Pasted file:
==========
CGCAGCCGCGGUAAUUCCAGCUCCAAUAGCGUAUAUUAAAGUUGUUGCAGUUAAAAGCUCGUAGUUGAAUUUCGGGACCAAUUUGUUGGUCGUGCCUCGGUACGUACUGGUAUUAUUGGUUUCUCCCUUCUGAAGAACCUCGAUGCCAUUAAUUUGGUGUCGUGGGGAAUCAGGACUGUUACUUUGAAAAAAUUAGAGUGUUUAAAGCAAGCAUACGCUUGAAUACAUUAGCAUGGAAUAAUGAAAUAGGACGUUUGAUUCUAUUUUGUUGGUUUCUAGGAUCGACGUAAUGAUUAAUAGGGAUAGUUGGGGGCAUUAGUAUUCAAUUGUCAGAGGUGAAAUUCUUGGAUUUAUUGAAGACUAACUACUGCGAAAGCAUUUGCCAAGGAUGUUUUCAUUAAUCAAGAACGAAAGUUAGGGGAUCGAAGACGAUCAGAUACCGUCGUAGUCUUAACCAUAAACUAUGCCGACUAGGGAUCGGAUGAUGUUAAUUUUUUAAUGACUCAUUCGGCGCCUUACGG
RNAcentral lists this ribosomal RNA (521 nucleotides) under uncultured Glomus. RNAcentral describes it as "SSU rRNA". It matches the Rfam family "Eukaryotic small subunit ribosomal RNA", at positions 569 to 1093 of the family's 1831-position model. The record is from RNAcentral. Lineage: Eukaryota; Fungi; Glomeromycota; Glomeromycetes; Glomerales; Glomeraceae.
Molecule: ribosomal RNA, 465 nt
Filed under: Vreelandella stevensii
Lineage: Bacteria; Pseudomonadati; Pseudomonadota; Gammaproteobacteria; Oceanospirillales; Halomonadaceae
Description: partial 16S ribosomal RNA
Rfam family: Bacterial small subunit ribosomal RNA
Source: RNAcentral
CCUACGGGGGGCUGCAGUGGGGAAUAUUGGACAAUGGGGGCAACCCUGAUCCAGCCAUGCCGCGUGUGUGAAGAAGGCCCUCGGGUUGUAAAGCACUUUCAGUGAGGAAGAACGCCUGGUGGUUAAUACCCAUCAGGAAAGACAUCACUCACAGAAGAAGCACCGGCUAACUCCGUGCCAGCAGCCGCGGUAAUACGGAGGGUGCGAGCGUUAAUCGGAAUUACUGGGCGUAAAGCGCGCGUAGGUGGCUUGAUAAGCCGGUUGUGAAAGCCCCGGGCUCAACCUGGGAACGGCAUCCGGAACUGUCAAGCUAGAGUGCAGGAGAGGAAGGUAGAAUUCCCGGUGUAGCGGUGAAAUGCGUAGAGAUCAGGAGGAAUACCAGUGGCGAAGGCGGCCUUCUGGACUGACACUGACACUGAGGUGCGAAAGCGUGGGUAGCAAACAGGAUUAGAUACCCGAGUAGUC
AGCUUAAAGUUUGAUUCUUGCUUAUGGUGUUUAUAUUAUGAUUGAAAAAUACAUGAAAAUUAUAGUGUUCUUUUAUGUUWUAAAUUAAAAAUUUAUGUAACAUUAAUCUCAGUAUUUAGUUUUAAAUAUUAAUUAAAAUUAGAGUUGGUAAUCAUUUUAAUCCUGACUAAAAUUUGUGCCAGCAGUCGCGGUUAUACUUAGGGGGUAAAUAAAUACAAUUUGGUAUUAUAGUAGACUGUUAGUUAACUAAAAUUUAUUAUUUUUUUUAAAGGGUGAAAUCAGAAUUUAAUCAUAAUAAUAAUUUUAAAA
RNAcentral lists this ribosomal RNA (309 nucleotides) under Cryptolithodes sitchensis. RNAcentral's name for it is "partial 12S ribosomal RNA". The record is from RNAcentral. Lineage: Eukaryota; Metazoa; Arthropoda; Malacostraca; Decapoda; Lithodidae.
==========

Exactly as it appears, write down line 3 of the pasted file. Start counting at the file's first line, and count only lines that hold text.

Molecule: ribosomal RNA, 465 nt